I recently attended LightFair — the preeminent lighting industry conference in the U.S. — where LEDs have completely taken over the industry. While the aisles in the local hardware store may still be a mix of older lighting offerings, this year’s conference, showcasing the latest and greatest lighting, could easily be re-named ‘LED Fair’. In fact, the occasional fluorescent or incandescent product seemed completely out-of-place – almost anachronistic – making it clear that LEDs are the undisputed winners in lighting. So, now that LEDs have won, the main question is, What does the industry need to do to drive mass adoption?
One aspect of LED adoption that is not well covered is how LED system design factors into adoption rate. All of the non-LED components in an LED luminaire comprise the Balance of the System.
Because LEDs are fundamentally different from legacy lighting technologies (incandescent and fluorescent), it’s crucial to understand how the integration of LEDs with the other components in the fixture can drive functionality and economics. Regardless of lighting market segment – residential, commercial, municipal, etc. – performance and a viable value proposition are keys to adoption. And, it’s critical that the industry and customers focus on high-quality systems, otherwise LEDs will deliver a ‘CFL’ type of experience, with poor quality light and a shorter lifetime than expected.
LED luminaires (otherwise known as fixtures for non-lighting folks) are made up of a number of parts. There are, of course, the LED packages (the small semiconductor chips that produce light when an electrical potential is placed across them). This has been the focus of the industry to-date and there will be continued improvements in cost and performance. But the LEDs are only one part of a larger whole. The balance of the system makes up the other 60-70% of the luminaire’s cost and creates the real value. To make an LED system, LED chips must be combined with:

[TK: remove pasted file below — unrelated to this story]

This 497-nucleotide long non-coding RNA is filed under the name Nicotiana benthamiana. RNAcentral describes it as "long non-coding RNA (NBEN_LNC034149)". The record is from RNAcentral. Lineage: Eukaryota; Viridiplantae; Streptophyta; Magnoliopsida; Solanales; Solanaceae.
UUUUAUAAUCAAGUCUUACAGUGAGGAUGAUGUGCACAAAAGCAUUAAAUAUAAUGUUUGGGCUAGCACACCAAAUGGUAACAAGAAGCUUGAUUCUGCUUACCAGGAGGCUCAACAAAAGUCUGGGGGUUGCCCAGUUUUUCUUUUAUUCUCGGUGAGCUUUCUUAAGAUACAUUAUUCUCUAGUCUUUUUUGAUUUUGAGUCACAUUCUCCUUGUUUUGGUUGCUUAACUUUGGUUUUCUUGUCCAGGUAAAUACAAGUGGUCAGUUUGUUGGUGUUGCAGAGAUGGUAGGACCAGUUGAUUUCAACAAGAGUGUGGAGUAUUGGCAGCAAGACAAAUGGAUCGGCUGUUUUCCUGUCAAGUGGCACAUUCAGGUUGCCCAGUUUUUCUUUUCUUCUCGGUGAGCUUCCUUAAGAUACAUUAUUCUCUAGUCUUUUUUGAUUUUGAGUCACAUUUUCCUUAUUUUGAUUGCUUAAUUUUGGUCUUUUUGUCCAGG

- Drivers — Devices that convert the incoming line voltage into a voltage the LEDs can use and also deliver power to the LEDs when needed;
- Thermal management systems — Like all semiconductors, LEDs are most efficient and long-lasting when they run cooler;
- Optical systems — Responsible for shaping or controlling the light output; and
- Fixture itself — The mechanical parts that hold all of these systems together.
So how does the quality of the system drive adoption? The performance of these elements – when well-integrated into a successful system — is what determines how efficient an LED-based luminaire really is, how well it delivers light, and how long it lasts – all factors that go into the overall value of an LED investment. If an LED luminaire purchase delivers on the energy-reduction and long-lifetime promises, while providing excellent light for a given application, the customer, and – over time – the market, will embrace what LEDs have to offer, thereby accelerating adoption.
To date, the financial markets have been putting a lot of value on the companies making the substrates LEDs are grown on, the reactor systems used to grow LEDs, and the actual LED chips and packages. This is not where the majority of the system cost and value will be long term. As price of the LEDs continue to decline, the balance of the system will hold more and more of the overall value. (This same dynamic has been at work in the photovoltaic market where the cost of the solar cells themselves is rapidly decreasing and becoming commodity parts. The value is now in the balance of the systems — the inverters, storages systems, panels, etc. — and the integration of the cells into this system.) This is one of the reasons some of the LED producers have started to move up the value chain and produce more of the overall system.
What about LED chip costs? They’re definitely declining, and you will see industry-wide efforts to drive costs out of LED systems across all market segments (more on that in a later post). But it is important to keep in mind that the value that LED systems deliver is a function of much more than the LED itself. It is the integration of these complex systems – which the team at Digital Lumens has been designing and building for the past 13 years.